The Gunners is built around a structure that rarely fails to attract me: a group of people, once friends as children or young adults, are brought together by an event which affects them all. Weddings and funerals are a favourite trigger for this kind of reunion and in the case of Rebecca Kauffman’s novel it’s a funeral just as the friends enter their thirties. The five remaining members of the group that dubbed themselves the Gunners are brought together by the suicide of the sixth who none of them had heard from since she left the group aged sixteen with no explanation.
Mikey is the only one of the five who stayed close to their Ohio childhood home town. Jimmy has long since moved into finance making enough money to have a palatial summer home nearby to which he’s invited the other four for a lavishly catered meal. Sam has flown in from Georgia and appears to have taken to religion; Alice arrives with her girlfriend, as loud and tactless as ever while Lynn and her partner make up the party, both musicians now running an AA group. These five who have been friends since they were six years old are only loosely in touch, having drifted apart after Sally’s unexplained departure. There’s a great deal of catching up to do but overarching it all are two questions: why did Sally not only desert the Gunners but determinedly avoid contact with Mikey, once her best friend, and why did she take her own life.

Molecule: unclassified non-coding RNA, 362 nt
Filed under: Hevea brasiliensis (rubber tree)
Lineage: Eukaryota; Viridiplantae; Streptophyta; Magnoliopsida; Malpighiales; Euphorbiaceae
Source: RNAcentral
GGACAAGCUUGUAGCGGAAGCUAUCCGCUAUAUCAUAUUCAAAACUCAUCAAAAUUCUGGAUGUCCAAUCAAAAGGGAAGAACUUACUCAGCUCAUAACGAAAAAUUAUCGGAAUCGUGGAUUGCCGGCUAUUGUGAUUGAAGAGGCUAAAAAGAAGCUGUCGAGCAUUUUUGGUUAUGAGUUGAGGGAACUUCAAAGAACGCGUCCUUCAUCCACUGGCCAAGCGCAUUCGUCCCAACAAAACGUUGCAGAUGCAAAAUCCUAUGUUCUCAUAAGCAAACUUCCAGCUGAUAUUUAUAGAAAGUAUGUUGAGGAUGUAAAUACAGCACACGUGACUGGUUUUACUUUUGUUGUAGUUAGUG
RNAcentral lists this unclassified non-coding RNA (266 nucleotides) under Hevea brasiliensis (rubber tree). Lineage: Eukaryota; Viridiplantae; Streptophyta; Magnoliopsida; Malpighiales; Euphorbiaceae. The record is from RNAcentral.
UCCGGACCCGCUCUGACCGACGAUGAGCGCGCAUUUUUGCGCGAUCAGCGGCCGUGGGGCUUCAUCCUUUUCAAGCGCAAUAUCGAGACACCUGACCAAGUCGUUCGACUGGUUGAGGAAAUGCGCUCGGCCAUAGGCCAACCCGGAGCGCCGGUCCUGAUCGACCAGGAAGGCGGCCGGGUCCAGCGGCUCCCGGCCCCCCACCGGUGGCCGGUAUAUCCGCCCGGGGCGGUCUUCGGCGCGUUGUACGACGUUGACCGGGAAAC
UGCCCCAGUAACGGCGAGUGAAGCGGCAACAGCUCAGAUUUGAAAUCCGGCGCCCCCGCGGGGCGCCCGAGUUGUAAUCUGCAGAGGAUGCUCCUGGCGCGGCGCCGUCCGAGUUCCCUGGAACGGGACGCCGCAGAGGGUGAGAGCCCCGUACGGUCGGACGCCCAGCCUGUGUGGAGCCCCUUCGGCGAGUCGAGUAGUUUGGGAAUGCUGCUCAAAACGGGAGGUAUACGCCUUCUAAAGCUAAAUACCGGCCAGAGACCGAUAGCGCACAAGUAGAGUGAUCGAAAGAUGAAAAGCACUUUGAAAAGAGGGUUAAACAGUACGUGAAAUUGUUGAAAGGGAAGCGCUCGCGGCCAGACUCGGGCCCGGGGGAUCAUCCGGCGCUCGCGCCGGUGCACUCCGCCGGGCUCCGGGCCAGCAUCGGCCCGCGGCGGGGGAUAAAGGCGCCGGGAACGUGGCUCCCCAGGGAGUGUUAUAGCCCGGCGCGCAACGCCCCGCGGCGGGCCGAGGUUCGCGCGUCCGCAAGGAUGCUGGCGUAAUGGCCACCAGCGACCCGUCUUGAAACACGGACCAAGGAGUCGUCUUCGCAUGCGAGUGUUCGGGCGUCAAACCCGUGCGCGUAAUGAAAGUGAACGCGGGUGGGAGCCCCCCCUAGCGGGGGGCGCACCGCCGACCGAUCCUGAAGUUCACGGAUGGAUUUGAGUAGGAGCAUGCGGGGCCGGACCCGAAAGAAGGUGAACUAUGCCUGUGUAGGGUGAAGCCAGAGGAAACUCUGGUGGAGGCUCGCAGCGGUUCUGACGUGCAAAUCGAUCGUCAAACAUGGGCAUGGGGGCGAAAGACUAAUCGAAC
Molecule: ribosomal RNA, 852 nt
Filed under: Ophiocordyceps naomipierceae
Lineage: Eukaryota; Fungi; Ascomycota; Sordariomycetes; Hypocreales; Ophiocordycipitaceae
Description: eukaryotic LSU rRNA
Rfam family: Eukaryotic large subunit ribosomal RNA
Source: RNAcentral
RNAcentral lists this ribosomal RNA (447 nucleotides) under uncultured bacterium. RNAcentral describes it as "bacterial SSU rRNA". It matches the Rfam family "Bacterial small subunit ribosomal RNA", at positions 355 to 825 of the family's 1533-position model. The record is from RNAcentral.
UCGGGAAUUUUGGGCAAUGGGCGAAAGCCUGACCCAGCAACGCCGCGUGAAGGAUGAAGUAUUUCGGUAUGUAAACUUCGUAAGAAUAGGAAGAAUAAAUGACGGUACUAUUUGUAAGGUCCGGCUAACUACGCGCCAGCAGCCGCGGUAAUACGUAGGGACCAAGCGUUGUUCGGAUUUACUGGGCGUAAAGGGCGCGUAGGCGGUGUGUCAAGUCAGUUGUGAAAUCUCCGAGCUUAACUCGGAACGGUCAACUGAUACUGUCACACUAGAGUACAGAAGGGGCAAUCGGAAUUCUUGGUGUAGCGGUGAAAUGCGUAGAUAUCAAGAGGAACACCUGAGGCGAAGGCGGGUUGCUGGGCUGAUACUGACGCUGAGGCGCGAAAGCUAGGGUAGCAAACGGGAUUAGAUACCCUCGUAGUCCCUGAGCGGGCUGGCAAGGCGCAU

If you’re of a certain age you may well have seen The Big Chill which has one of the best opening sequences I’ve seen, complete with the Marvin Gaye’s sublime ‘I Heard It Through the Grapevine’ playing over it. Shortly after starting The Gunners, I was struck by what a good film it would make, then I realised it had already been made. This is not to criticise the novel which I thoroughly enjoyed. Kauffman’s charactericisation is strong, the flitting back and forth between childhood memories to adult reunions deftly developing each of them. Secrets are revealed, and if the two big questions are not entirely answered it doesn’t detract from the novel merely reflecting what might well happen in real life. This is a satisfying, often poignant read. There’s not a huge amount of bite to it but once I’d settled into The Big Chill vibe I was more than happy to enjoy the ride.